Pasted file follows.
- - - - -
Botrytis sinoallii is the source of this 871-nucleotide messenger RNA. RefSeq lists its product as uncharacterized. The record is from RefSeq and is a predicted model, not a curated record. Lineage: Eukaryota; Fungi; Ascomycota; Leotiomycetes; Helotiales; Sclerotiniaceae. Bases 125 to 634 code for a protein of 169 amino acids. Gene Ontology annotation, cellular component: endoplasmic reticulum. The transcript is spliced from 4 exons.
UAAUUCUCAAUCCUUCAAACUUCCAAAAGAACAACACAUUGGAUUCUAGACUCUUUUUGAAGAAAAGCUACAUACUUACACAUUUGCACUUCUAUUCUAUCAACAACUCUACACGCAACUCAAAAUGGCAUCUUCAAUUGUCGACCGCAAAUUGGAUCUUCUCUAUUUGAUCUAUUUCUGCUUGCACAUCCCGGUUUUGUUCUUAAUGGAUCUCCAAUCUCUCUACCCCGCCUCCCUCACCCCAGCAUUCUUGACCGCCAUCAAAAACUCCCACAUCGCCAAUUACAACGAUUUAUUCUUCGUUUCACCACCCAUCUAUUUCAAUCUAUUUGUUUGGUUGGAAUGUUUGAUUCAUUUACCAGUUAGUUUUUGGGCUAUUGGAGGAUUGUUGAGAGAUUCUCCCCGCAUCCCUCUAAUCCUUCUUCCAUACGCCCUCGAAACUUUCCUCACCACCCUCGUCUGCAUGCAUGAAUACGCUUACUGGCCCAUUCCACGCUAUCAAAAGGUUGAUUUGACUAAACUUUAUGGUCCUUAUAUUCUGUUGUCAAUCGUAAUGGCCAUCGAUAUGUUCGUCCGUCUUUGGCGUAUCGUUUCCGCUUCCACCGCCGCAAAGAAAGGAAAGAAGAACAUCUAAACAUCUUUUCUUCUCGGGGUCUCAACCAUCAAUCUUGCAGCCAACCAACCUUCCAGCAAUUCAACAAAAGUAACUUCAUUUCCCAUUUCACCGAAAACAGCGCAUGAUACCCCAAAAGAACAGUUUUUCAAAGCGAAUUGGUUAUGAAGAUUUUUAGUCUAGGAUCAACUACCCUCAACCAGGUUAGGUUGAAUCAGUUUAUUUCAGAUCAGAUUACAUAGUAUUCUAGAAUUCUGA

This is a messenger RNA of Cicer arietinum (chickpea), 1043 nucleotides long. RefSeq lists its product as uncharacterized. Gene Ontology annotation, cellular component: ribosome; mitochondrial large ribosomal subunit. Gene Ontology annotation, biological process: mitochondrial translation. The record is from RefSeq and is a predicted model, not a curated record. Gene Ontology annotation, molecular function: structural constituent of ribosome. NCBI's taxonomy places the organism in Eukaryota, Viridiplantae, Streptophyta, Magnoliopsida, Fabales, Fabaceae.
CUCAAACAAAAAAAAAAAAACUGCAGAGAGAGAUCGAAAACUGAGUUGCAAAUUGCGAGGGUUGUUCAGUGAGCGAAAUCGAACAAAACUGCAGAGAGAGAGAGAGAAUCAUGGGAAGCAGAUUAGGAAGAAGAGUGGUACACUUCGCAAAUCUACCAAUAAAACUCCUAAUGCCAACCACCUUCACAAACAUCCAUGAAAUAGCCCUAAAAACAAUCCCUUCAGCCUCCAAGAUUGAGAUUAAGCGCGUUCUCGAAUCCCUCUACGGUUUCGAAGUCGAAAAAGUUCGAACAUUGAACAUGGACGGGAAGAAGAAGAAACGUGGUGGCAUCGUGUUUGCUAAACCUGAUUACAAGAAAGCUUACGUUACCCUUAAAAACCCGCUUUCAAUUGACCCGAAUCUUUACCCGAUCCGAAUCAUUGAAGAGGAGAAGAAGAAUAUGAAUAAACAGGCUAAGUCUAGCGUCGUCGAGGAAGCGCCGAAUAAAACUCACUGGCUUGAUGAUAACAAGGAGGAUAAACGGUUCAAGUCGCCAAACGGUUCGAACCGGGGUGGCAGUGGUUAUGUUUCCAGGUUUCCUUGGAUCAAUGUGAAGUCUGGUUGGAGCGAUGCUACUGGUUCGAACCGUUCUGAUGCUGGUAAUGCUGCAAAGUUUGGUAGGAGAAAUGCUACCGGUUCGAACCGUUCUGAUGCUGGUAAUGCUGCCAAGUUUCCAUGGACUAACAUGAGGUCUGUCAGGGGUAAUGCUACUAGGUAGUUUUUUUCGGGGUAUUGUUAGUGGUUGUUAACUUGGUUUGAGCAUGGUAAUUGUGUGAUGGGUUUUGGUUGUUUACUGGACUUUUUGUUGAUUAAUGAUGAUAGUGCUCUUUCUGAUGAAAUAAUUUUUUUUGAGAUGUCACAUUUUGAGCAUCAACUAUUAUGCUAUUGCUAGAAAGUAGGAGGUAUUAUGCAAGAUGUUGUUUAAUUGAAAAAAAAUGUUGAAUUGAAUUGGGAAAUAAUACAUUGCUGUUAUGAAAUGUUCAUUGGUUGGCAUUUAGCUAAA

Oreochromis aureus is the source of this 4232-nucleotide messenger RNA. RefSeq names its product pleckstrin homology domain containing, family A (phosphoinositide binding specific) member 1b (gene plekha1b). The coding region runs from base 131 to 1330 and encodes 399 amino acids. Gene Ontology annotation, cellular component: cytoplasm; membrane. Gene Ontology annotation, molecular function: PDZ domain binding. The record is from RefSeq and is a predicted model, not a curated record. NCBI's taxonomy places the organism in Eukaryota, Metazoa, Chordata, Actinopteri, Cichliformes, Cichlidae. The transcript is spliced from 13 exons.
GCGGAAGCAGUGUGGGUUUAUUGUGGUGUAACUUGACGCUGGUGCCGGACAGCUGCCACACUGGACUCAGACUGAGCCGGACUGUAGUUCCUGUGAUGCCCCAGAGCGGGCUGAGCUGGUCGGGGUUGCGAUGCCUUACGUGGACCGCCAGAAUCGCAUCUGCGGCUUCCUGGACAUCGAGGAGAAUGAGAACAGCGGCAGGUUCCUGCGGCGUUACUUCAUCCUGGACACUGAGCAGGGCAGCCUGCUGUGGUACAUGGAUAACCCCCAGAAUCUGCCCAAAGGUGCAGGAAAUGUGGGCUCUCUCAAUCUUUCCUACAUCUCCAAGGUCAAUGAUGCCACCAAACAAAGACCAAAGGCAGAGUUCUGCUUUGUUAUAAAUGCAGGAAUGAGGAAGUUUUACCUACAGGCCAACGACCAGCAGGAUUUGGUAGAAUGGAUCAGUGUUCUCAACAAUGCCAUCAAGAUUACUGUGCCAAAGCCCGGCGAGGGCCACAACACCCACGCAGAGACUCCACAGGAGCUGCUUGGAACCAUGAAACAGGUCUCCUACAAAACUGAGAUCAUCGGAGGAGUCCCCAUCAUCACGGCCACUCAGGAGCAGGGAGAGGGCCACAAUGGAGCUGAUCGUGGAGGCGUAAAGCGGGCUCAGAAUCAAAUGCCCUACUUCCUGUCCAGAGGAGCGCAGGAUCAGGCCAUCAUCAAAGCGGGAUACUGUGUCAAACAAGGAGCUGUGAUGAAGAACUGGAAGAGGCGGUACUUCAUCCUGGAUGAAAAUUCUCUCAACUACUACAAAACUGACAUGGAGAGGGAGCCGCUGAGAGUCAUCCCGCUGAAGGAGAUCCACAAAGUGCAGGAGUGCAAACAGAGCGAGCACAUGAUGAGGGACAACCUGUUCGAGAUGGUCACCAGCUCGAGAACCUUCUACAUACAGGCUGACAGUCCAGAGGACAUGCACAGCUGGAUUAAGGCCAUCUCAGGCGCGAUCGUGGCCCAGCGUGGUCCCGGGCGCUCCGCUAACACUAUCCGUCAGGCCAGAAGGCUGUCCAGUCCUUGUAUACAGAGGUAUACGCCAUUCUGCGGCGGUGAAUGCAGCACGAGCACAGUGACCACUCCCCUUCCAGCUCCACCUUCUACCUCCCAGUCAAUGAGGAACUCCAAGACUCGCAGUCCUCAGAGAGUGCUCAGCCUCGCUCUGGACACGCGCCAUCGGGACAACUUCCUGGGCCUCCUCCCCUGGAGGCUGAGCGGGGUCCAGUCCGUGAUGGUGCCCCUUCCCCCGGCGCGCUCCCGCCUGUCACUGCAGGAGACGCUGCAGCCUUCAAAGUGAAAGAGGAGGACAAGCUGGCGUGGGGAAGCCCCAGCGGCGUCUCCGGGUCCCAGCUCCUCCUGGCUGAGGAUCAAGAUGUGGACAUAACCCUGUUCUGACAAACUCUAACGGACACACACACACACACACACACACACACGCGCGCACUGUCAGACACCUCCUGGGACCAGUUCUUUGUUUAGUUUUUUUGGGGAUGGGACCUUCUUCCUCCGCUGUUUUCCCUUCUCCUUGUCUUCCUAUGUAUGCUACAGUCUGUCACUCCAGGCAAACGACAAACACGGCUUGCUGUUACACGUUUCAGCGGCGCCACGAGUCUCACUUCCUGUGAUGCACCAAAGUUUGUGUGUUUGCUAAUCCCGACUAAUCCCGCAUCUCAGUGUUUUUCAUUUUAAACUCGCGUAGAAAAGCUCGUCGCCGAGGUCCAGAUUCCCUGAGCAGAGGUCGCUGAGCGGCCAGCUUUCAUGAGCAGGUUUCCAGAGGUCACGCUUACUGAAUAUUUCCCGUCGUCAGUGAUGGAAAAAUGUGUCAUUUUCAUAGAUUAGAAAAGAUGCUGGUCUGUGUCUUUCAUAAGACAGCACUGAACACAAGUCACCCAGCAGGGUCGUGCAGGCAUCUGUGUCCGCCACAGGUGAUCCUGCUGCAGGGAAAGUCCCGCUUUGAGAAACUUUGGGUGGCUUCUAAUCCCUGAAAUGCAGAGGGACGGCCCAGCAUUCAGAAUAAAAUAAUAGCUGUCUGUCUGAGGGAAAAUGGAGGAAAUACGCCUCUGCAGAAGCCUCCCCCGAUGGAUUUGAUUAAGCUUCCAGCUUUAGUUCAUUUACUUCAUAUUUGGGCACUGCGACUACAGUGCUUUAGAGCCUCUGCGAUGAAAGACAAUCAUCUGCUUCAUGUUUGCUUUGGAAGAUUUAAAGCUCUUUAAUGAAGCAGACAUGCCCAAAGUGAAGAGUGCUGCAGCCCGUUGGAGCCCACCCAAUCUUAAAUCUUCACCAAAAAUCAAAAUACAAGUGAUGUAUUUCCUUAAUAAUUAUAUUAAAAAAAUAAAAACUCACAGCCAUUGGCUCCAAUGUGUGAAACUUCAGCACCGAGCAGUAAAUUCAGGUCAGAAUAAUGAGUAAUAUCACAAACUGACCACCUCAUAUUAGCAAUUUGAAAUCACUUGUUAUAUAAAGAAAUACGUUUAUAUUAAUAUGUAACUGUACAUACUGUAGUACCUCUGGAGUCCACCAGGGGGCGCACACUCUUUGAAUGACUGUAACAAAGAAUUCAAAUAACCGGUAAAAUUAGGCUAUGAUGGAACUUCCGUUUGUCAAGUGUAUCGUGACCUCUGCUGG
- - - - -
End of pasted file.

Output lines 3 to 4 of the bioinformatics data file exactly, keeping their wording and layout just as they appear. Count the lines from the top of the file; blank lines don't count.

This is a messenger RNA of Cicer arietinum (chickpea), 1043 nucleotides long. RefSeq lists its product as uncharacterized. Gene Ontology annotation, cellular component: ribosome; mitochondrial large ribosomal subunit. Gene Ontology annotation, biological process: mitochondrial translation. The record is from RefSeq and is a predicted model, not a curated record. Gene Ontology annotation, molecular function: structural constituent of ribosome. NCBI's taxonomy places the organism in Eukaryota, Viridiplantae, Streptophyta, Magnoliopsida, Fabales, Fabaceae.
CUCAAACAAAAAAAAAAAAACUGCAGAGAGAGAUCGAAAACUGAGUUGCAAAUUGCGAGGGUUGUUCAGUGAGCGAAAUCGAACAAAACUGCAGAGAGAGAGAGAGAAUCAUGGGAAGCAGAUUAGGAAGAAGAGUGGUACACUUCGCAAAUCUACCAAUAAAACUCCUAAUGCCAACCACCUUCACAAACAUCCAUGAAAUAGCCCUAAAAACAAUCCCUUCAGCCUCCAAGAUUGAGAUUAAGCGCGUUCUCGAAUCCCUCUACGGUUUCGAAGUCGAAAAAGUUCGAACAUUGAACAUGGACGGGAAGAAGAAGAAACGUGGUGGCAUCGUGUUUGCUAAACCUGAUUACAAGAAAGCUUACGUUACCCUUAAAAACCCGCUUUCAAUUGACCCGAAUCUUUACCCGAUCCGAAUCAUUGAAGAGGAGAAGAAGAAUAUGAAUAAACAGGCUAAGUCUAGCGUCGUCGAGGAAGCGCCGAAUAAAACUCACUGGCUUGAUGAUAACAAGGAGGAUAAACGGUUCAAGUCGCCAAACGGUUCGAACCGGGGUGGCAGUGGUUAUGUUUCCAGGUUUCCUUGGAUCAAUGUGAAGUCUGGUUGGAGCGAUGCUACUGGUUCGAACCGUUCUGAUGCUGGUAAUGCUGCAAAGUUUGGUAGGAGAAAUGCUACCGGUUCGAACCGUUCUGAUGCUGGUAAUGCUGCCAAGUUUCCAUGGACUAACAUGAGGUCUGUCAGGGGUAAUGCUACUAGGUAGUUUUUUUCGGGGUAUUGUUAGUGGUUGUUAACUUGGUUUGAGCAUGGUAAUUGUGUGAUGGGUUUUGGUUGUUUACUGGACUUUUUGUUGAUUAAUGAUGAUAGUGCUCUUUCUGAUGAAAUAAUUUUUUUUGAGAUGUCACAUUUUGAGCAUCAACUAUUAUGCUAUUGCUAGAAAGUAGGAGGUAUUAUGCAAGAUGUUGUUUAAUUGAAAAAAAAUGUUGAAUUGAAUUGGGAAAUAAUACAUUGCUGUUAUGAAAUGUUCAUUGGUUGGCAUUUAGCUAAA